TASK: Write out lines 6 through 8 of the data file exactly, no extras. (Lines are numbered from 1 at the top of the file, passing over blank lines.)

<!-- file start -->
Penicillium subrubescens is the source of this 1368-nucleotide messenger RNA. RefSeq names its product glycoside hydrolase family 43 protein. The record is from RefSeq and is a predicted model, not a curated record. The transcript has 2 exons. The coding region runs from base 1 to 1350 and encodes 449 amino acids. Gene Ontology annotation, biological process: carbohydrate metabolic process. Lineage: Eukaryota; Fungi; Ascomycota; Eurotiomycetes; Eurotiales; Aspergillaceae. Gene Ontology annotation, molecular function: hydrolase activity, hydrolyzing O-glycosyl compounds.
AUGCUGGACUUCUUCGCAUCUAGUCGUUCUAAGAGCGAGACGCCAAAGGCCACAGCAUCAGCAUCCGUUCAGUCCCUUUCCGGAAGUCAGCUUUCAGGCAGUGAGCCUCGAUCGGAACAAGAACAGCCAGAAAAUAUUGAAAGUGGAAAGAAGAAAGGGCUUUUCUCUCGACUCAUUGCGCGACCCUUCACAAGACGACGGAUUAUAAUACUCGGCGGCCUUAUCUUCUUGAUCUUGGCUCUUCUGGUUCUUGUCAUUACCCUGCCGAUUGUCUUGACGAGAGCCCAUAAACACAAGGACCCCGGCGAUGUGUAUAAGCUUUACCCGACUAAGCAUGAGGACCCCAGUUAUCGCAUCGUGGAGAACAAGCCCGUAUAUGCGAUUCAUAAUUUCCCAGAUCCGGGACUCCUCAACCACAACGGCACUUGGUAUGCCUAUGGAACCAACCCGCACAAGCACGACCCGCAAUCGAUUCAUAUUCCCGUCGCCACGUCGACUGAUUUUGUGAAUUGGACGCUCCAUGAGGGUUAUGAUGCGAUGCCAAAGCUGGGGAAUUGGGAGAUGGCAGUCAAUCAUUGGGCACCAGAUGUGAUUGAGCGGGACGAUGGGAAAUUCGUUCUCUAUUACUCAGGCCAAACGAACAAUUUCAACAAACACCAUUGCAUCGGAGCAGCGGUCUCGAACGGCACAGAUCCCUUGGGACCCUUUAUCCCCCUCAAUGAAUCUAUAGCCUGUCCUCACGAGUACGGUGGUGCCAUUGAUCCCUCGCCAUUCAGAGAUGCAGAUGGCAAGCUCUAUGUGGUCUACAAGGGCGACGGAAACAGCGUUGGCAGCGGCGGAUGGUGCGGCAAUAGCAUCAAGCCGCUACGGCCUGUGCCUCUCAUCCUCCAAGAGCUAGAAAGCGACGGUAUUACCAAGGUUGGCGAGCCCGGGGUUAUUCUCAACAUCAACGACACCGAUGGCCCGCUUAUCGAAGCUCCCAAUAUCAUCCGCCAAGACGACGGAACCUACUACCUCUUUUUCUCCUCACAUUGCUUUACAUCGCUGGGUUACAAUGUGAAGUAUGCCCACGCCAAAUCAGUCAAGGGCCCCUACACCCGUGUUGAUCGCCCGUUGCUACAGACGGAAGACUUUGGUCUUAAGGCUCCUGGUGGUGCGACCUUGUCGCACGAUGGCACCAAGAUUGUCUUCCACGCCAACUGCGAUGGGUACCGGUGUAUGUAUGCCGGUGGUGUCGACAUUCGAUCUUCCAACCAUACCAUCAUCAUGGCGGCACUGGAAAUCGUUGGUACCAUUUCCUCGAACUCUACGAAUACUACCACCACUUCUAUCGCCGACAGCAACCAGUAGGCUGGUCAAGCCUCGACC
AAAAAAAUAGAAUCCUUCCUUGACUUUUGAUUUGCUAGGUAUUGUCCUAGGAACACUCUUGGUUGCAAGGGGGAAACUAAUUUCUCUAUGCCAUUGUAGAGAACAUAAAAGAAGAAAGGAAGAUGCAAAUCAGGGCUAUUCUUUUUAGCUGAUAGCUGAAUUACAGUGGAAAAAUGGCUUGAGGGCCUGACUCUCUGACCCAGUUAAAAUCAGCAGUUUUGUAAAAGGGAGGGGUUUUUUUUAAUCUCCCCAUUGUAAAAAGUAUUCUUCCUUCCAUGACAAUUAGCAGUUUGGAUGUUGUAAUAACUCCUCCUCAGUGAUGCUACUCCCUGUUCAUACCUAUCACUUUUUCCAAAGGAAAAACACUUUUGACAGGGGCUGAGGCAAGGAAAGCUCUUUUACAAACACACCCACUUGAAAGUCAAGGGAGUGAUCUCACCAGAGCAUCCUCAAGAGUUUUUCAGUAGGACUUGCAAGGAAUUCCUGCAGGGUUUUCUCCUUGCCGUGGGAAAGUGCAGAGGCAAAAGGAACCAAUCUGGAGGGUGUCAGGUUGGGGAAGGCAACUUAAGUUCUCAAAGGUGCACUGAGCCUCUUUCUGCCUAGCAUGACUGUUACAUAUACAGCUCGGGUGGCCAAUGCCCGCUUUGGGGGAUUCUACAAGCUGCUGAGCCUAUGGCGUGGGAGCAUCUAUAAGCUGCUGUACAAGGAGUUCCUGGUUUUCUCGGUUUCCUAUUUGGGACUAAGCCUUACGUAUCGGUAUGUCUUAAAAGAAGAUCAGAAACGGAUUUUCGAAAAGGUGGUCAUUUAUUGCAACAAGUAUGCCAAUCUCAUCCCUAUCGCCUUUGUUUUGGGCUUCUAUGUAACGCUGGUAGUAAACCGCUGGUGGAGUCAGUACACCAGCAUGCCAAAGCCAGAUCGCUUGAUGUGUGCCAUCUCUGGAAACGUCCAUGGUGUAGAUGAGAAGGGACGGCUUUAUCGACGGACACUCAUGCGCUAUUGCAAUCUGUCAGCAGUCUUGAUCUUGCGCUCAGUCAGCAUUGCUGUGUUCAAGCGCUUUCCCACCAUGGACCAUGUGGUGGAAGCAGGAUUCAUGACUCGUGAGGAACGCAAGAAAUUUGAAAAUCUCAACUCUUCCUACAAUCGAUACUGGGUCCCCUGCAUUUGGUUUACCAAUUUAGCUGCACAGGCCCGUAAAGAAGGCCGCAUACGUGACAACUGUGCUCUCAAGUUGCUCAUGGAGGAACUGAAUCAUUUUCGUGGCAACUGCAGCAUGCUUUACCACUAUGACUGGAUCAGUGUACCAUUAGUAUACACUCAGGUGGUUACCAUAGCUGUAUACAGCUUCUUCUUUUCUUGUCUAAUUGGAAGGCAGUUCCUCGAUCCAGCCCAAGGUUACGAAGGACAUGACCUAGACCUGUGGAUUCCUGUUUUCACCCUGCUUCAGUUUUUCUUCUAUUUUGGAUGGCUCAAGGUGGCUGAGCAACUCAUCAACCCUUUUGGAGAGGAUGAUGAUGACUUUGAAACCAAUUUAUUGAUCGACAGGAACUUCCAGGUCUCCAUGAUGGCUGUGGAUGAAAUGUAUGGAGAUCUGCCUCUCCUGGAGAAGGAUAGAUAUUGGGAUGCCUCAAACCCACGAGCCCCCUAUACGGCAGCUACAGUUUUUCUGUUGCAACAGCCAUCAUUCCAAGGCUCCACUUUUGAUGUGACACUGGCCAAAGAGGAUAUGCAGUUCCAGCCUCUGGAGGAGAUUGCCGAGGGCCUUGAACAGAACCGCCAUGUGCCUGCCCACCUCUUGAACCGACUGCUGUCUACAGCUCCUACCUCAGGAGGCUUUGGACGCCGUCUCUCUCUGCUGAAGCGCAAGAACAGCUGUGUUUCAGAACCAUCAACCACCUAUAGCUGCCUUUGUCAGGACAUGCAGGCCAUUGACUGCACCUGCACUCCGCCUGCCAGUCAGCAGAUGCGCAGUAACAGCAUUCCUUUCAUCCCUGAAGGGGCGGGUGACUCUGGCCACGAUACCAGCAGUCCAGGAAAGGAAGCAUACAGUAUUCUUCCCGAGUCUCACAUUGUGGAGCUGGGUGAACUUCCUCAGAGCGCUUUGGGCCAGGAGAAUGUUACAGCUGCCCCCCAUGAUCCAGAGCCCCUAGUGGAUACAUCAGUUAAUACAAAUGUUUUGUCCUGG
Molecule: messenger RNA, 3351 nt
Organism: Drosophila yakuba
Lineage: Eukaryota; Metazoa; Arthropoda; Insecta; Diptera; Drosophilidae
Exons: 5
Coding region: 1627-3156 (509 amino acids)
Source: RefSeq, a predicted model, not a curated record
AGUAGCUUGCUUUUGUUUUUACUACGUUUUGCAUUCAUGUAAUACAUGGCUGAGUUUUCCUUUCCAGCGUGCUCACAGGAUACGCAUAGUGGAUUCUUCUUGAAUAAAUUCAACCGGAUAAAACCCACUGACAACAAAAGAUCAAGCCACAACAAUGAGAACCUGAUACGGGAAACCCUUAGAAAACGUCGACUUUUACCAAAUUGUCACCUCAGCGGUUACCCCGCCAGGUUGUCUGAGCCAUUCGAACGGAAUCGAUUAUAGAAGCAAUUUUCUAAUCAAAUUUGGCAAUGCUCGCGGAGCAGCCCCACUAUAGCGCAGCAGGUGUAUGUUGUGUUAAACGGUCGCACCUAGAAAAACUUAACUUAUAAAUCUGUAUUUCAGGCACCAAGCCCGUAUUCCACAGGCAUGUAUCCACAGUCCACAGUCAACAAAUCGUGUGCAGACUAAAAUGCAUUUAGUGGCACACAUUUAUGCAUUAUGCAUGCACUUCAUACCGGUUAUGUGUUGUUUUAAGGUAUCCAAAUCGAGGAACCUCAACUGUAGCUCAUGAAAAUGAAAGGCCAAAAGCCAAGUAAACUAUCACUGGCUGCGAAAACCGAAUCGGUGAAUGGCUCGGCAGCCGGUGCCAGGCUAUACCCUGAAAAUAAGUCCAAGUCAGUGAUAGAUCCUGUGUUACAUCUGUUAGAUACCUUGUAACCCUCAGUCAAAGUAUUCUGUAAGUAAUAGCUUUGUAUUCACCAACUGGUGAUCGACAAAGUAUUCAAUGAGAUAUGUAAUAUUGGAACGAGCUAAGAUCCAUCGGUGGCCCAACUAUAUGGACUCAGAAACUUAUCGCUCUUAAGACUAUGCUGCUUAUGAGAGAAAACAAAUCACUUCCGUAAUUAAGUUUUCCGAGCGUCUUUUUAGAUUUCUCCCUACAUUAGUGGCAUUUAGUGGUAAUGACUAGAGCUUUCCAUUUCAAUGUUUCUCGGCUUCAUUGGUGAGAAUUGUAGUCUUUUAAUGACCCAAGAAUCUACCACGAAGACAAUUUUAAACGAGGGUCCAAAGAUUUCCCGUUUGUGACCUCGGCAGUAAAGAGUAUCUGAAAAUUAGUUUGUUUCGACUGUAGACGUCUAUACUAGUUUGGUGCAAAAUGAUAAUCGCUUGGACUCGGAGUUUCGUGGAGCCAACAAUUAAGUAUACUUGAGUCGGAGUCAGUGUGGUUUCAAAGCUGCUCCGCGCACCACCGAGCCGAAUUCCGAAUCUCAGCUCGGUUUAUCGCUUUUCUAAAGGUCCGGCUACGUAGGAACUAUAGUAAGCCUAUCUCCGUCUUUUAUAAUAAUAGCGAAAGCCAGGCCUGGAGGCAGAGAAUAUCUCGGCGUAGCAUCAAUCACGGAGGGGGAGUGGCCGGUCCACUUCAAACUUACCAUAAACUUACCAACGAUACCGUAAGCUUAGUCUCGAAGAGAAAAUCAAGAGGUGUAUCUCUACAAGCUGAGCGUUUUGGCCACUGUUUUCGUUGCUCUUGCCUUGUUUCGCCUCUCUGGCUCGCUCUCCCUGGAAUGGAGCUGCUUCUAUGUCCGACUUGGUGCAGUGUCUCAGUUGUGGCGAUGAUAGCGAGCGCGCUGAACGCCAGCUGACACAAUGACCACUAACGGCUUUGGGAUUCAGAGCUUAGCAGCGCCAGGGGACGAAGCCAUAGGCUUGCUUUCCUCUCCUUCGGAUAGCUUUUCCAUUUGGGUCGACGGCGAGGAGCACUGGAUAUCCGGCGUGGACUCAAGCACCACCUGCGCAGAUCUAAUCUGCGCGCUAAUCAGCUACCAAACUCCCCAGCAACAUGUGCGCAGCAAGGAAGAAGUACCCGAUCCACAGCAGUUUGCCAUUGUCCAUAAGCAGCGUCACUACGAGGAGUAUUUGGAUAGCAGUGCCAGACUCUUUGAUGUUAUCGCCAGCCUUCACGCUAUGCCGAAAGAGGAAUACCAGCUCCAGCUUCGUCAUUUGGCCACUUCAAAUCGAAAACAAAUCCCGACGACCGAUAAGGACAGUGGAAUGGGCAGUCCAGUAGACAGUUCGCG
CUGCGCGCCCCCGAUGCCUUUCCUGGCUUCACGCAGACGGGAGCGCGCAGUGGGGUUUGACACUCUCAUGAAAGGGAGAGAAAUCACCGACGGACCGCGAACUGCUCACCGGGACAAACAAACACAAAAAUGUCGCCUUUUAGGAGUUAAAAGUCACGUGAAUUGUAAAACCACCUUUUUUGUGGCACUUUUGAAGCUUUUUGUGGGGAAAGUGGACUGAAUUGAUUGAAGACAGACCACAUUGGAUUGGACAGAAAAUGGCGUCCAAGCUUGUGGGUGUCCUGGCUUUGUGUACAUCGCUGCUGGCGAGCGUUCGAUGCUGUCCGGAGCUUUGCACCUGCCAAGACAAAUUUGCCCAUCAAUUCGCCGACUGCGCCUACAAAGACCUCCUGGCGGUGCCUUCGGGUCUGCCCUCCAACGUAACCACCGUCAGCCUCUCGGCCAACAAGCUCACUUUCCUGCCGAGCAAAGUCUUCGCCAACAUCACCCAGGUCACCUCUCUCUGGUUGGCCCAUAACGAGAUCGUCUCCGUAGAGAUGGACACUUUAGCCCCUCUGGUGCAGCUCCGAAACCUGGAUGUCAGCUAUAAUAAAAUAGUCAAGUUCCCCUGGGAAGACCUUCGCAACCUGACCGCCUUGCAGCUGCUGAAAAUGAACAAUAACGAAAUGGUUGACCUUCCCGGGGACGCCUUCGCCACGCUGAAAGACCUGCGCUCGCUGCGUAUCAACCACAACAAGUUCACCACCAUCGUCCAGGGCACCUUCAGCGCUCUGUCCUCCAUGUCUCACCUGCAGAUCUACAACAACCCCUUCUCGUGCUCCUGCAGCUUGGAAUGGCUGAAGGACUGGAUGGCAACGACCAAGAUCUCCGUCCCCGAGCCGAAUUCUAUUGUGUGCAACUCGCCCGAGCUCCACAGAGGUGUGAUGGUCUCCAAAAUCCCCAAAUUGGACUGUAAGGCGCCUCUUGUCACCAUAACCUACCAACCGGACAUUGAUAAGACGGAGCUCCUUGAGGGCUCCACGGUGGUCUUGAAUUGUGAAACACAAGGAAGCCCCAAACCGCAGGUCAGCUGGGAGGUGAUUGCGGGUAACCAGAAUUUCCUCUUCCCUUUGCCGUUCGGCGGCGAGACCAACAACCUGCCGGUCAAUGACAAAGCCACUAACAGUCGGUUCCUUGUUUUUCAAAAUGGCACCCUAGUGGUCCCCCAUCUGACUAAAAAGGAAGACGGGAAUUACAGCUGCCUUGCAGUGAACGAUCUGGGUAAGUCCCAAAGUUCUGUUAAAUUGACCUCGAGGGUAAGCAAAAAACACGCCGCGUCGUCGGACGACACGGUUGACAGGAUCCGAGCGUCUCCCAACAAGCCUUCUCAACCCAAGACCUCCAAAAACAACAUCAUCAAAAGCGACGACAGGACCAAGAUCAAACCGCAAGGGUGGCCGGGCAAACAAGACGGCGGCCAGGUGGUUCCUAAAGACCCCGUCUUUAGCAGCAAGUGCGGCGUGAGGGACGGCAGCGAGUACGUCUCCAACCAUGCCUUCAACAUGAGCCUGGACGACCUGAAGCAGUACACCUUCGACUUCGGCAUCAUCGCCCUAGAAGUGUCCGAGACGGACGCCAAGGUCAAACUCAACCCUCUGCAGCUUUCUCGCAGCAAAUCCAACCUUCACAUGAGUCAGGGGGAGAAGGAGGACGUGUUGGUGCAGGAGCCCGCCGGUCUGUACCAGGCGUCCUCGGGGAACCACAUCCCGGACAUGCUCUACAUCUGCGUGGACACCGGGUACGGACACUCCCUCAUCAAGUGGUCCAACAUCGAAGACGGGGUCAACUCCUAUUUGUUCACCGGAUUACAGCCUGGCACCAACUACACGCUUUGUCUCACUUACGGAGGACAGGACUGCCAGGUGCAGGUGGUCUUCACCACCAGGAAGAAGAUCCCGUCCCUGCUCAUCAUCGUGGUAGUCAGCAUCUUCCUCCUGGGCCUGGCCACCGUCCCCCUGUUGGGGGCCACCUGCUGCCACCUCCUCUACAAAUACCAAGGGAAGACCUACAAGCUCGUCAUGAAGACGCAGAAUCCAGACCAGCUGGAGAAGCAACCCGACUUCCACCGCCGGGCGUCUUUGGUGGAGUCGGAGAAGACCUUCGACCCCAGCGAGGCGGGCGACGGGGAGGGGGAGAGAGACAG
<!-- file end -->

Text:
Lineage: Eukaryota; Metazoa; Arthropoda; Insecta; Diptera; Drosophilidae
Exons: 5
Coding region: 1627-3156 (509 amino acids)